Leading rusher Ryan Nall aggravated a foot injury in last Saturday’s loss after just one carry and is officially listed as doubtful for the game against the Huskies. Nall did not practice Thursday and was still wearing a boot to protect the injured foot.

Additionally, Nall’s backup, Artavis Pierce, is dealing with a stinger and did not participate in the portion of practice open to the media, The Oregonian reported.

Nall currently leads the Beavers with 464 yards and six rushing touchdowns. He’s also third on the team with 13 receptions.

Pierce is second behind Nall with 262 yards.

If neither Nall nor Pierce are available, the bulk of the running game load would be shouldered by Tim Cook. The senior has carried the ball nine times this season for 22 yards.

TE Trey Dunkelberger set to transfer from Syracuse

EAST RUTHERFORD, NJ - SEPTEMBER 08: The Syracuse Orange mascot with the cheerleaders during a game against the USC Trojans at MetLife Stadium on September 8, 2012 in East Rutherford, New Jersey. (Photo by Rich Schultz/Getty Images)
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Trey Dunkelberger changed positions earlier this year during spring practice. Seven months or so later, he’s changing programs.

The website JUCO Football Frenzy reported Wednesday that Dunkelberger had decided to transfer from Syracuse. The tight end “confirmed” the move in the form of retweeting the site’s original tweet.

The Syracuse Post-Standard subsequently confirmed the initial report via a text from the player himself, although the football program has yet to address the player’s status with the team moving forward.

Dunkelberger will be leaving the Orange as a graduate transfer, meaning he could move on to another FBS program and be eligible to play immediately in 2017. Next season will be his final year of eligibility.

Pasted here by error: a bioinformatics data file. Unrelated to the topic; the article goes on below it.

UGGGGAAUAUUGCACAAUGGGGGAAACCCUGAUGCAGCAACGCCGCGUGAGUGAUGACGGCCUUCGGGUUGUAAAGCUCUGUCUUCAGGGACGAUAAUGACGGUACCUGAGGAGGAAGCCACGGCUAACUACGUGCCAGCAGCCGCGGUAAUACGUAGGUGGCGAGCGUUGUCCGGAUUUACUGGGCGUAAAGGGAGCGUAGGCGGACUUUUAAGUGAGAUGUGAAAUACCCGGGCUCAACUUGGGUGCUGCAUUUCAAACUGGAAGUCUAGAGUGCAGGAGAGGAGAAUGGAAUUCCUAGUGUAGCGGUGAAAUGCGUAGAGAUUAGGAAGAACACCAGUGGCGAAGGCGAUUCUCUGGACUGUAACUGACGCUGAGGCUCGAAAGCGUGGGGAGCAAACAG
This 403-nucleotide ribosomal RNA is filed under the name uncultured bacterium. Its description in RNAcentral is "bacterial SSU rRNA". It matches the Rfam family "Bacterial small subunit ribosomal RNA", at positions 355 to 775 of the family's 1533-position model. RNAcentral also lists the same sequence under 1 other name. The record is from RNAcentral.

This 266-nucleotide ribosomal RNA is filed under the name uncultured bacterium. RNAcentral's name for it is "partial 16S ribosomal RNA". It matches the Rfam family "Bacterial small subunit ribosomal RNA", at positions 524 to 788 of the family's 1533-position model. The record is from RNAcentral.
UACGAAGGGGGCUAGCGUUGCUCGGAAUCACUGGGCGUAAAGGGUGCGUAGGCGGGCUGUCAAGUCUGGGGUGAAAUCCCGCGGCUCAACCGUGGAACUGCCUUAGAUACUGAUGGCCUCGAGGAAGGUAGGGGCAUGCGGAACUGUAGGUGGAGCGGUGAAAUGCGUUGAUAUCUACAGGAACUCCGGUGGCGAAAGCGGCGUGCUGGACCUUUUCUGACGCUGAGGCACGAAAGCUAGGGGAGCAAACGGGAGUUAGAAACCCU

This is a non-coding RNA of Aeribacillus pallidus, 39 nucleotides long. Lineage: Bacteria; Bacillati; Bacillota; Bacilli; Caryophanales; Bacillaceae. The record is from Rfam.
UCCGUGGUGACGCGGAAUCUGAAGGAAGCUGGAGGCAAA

After playing in one game last season, Dunkelberger has not seen the field yet on 2016. He moved from tight end to defensive end during spring practice, then back to tight end in summer camp.

Boise State survives five turnovers to beat rival BYU and remain undefeated

BOISE, ID - OCTOBER 20: Defensive lineman Corbin Kaufusi #90 of the Brigham Young Cougars gets a piece of a field goal attempt during first half action against the Boise State Broncos on October 20, 2016 at Albertsons Stadium in Boise, Idaho. (Photo by Loren Orr/Getty Images)
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Boise State did just about everything they could to give the game away. BYU did their best to take it too.

In the end the Broncos survived a whopping five turnovers and blocked a last second field goal to escape with a 28-27 win over their regional rivals.

Tailback Jeremy McNichols scored on the third play of the game on his way to a 140 yard, one touchdown night on the ground to go along with an impressive 109 yards and a touchdown through the air. Wideout Thomas Sperbeck had 109 yards and a score as well and became the school’s all-time leading receiver while doing so.

Quarterback Brett Rypien put up some big numbers with 442 yards passing and three touchdowns but did throw two pick-sixes as part of a wild second quarter that kept BYU in the game.